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Summary Chapter 5

While leaning over the balustrades of Rochester bridge, Mr. Pickwick admires the morning scenery, which include the ruins of old castles and the sea-weed rich nearby sea when he is joined by Dismal Jemmy. To Mr. Pickwick’s consternation, Dismal Jemmy speaks of the advantages of drowning oneself, and of thereby putting an end to one’s mortal sufferings. But then Dismal Jemmy asks Mr. Pickwick if the latter would care to be privy to another story which is in written form and which Dismal Jemmy would have it sent by mail to the Pickwick Club if Mr. Pickwick would consent to it. Mr. Pickwick consents and Dismal Jemmy acquires the Pickwick Club’s address.

By and by, Mr. Pickwick joins Mr. Winkle, Mr. Snodgrass, and Mr. Tupman for breakfast. They partake of a tremendous meal at the end of which they consult the waiter as to how they might travel to Dingley Dell. The waiter suggests taking a Post-chaise. However, when it becomes apparent that a Post-chaise will only accommodate 3 passengers, Mr. Winkle volunteers to ride on horseback even though he is less than a capable horseman.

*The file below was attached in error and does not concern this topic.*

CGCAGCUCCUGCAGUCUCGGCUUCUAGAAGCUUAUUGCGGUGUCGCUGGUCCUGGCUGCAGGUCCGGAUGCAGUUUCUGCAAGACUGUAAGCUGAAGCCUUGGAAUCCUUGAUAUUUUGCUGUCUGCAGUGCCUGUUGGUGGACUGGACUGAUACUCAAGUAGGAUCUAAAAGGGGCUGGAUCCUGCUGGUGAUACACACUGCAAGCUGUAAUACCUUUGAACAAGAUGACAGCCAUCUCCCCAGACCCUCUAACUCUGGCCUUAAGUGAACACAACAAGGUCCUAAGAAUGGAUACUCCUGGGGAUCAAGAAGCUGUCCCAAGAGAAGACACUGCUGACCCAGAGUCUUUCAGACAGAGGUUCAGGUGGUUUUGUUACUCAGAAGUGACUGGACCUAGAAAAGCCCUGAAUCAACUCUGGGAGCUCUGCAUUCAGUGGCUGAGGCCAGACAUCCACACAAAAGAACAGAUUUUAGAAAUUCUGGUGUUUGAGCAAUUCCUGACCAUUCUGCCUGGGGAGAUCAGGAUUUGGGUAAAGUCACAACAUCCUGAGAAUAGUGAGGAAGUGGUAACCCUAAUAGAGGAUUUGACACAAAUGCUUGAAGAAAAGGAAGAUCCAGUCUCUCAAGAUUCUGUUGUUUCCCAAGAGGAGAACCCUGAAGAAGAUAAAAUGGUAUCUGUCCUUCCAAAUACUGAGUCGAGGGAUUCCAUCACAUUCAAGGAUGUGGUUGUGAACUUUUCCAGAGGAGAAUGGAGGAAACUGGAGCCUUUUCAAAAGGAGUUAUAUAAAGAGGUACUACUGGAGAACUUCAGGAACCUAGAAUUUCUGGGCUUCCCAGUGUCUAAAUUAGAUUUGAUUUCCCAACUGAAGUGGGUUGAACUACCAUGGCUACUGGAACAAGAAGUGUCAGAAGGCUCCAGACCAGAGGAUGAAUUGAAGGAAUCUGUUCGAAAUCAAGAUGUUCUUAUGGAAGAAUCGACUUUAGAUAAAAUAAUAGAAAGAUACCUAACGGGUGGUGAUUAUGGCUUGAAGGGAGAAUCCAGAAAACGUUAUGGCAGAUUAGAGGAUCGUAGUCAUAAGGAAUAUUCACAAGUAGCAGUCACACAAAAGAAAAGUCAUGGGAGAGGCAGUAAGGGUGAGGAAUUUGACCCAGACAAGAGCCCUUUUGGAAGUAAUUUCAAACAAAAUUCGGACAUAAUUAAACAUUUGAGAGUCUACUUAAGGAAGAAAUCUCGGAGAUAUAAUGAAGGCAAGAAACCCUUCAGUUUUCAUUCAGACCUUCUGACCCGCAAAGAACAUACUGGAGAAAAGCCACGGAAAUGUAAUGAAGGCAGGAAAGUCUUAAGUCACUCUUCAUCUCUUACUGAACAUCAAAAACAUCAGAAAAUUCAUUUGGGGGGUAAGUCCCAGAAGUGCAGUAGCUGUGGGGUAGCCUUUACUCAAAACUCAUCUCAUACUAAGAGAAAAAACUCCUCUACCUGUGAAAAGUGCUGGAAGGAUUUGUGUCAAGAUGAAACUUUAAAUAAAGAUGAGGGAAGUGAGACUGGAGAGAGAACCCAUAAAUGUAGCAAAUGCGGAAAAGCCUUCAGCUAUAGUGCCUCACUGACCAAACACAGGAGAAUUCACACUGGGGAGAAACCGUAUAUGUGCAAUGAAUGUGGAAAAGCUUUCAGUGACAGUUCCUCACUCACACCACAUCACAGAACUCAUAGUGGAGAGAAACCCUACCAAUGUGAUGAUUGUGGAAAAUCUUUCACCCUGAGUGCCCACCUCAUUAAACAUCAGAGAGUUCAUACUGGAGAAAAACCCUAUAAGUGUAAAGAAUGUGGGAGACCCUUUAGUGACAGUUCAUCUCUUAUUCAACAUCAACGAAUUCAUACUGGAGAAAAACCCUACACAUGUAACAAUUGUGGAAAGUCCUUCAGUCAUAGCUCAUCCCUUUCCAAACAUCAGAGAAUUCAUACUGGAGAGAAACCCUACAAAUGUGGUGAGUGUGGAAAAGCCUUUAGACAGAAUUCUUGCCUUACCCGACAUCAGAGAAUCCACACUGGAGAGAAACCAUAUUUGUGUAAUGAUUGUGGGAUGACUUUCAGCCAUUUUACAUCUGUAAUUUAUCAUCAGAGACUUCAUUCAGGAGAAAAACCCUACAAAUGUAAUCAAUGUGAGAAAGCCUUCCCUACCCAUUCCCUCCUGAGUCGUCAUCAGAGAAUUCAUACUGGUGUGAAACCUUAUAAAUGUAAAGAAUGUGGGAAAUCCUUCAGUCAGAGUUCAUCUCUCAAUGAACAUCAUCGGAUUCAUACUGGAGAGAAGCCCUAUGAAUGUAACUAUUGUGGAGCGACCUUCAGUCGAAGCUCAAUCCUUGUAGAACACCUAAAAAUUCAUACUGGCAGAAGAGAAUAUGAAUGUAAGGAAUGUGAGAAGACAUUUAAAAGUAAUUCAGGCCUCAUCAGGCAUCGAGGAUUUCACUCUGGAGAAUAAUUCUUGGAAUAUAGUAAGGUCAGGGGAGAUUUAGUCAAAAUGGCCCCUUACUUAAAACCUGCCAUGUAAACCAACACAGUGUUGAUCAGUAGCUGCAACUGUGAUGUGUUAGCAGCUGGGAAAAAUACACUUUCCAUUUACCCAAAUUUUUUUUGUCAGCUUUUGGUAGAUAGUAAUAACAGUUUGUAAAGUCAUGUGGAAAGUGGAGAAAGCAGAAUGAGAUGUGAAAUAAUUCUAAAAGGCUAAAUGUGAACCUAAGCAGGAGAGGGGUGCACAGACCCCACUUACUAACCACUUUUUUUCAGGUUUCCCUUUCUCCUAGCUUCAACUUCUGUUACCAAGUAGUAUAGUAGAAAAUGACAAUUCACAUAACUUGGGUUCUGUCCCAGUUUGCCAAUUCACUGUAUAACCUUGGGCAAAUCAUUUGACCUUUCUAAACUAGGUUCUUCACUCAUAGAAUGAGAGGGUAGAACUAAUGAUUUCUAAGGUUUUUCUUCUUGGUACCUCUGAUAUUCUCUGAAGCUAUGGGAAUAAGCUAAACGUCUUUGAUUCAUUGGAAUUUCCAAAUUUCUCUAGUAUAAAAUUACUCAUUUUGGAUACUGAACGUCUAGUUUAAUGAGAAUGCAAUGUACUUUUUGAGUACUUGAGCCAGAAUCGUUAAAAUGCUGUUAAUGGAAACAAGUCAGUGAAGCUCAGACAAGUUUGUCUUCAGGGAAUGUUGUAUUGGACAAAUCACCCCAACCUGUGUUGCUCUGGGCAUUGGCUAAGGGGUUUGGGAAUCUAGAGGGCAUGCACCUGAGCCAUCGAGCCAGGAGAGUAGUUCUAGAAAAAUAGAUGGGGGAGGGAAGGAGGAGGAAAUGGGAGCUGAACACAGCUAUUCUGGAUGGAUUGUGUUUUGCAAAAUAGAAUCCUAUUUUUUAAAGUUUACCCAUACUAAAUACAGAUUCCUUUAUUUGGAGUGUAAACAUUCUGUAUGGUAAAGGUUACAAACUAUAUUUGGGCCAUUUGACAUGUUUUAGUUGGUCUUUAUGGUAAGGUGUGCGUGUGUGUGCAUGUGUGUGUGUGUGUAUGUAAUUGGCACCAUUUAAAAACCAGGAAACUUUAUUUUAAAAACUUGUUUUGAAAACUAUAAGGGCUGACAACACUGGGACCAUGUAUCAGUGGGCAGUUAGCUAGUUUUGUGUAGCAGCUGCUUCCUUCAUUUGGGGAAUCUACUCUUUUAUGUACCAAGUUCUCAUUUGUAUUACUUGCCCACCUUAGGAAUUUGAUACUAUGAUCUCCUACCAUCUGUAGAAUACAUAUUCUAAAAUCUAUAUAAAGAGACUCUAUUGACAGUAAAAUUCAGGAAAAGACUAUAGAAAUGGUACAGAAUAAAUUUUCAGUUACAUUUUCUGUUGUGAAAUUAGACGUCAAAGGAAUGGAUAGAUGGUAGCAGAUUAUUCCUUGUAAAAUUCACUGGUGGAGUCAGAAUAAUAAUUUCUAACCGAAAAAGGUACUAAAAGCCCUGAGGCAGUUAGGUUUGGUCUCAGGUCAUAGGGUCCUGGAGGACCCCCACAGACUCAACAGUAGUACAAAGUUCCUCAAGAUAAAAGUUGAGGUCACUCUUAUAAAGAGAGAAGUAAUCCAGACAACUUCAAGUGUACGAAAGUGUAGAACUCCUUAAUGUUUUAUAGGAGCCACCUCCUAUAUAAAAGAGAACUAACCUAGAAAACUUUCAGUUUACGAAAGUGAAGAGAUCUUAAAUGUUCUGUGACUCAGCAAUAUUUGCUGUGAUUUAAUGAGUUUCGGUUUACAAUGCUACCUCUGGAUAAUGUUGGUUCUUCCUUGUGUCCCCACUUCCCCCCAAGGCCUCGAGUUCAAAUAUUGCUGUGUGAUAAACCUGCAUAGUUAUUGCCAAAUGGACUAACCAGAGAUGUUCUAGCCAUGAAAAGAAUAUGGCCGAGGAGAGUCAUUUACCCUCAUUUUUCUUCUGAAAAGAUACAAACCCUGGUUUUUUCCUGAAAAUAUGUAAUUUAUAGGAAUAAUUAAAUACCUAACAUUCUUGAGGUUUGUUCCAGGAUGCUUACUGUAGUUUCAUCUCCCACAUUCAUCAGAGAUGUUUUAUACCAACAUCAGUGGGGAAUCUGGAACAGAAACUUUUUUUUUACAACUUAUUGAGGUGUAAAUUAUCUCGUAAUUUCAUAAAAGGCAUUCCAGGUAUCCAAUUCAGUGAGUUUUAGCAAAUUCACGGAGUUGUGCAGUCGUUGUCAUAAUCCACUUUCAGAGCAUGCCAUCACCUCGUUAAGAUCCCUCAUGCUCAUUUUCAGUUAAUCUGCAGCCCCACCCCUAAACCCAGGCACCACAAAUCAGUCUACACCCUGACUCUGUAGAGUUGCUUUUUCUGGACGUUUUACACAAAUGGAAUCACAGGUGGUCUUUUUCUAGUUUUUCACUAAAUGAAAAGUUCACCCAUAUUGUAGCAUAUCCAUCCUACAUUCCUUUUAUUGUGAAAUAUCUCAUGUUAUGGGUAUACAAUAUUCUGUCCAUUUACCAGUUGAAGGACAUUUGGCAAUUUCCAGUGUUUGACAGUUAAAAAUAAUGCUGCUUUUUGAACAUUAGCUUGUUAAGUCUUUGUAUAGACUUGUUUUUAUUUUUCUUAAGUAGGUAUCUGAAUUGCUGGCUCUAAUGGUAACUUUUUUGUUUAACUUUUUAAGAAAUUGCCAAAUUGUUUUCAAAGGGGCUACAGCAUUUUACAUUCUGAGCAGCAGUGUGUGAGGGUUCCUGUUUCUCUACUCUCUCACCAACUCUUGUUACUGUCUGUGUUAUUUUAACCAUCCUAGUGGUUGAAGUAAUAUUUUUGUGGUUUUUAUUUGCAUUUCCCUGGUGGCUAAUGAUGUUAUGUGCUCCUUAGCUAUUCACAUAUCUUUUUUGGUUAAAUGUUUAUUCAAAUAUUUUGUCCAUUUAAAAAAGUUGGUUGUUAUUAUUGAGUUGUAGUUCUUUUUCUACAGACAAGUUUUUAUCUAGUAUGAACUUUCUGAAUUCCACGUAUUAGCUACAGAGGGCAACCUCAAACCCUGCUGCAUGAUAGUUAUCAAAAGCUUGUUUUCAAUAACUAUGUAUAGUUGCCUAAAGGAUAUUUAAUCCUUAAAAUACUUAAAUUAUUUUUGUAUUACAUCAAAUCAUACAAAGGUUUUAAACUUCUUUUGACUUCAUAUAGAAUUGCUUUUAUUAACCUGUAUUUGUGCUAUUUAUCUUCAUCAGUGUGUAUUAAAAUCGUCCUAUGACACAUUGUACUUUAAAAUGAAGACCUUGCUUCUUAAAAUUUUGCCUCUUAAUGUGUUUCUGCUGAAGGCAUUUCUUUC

Thus the Pickwickians set off for Dingley Dell with Mr. Winkle on horseback, and with Mr. Snodgrass, Mr. Tupman, and Mr. Pickwick on the Post-chaise. Mr. Pickwick drives which is not his forte.

Naturally, the Pickwickians encounter difficulties. Mr. Pickwick drops his whip which Mr. Winkle, having dismounted from his horse, retrieves. Alas, Mr. Winkle finds himself unable to get back on his horse, compelling Mr. Pickwick to park the Post-chaise and come to Mr. Winkle’s aid. However, Mr. Pickwick’s attempt to help Mr. Winkle not only results in the loss of the horse as it trots back to Rochester on its own, but it results in the loss of the Post-chaise as the horse hitched to it drags the chaise against a wooden bridge, rendering it inoperable. Consequently, the Pickwickians unhitch the horse from the chaise and make their way on foot when they come across a roadside public house.

At the roadside public house, the Pickwickians ask a red-headed man if they can leave their horse there for safekeeping upon which the the red-headed man refers the request to the Missus, who is in charge. Alas, the Missus, who suspects the horse is stolen, rejects the request to the Pickwickians' objections. Left with no other choice, the Pickwickians make their way to Dingley Dell while pulling the horse after them.

When the Pickwickians arrive at Dingley Dell, Manor Farm, they are met by Mr. Wardle and the fat boy. Mr. Wardle asks the Pickwickians what had taken them so long, but upon realizing that the Pickwickians are in a sorry state—they have nicks and cuts, their clothes are ripped and torn, and they are dusty from head to toe—he immediately orders his servants to make accommodations. By and by the Pickwickians are attended to. Thus cleaned up and refreshed, they are lead to Manor Farm by Mr. Wardle.

Charles Dickens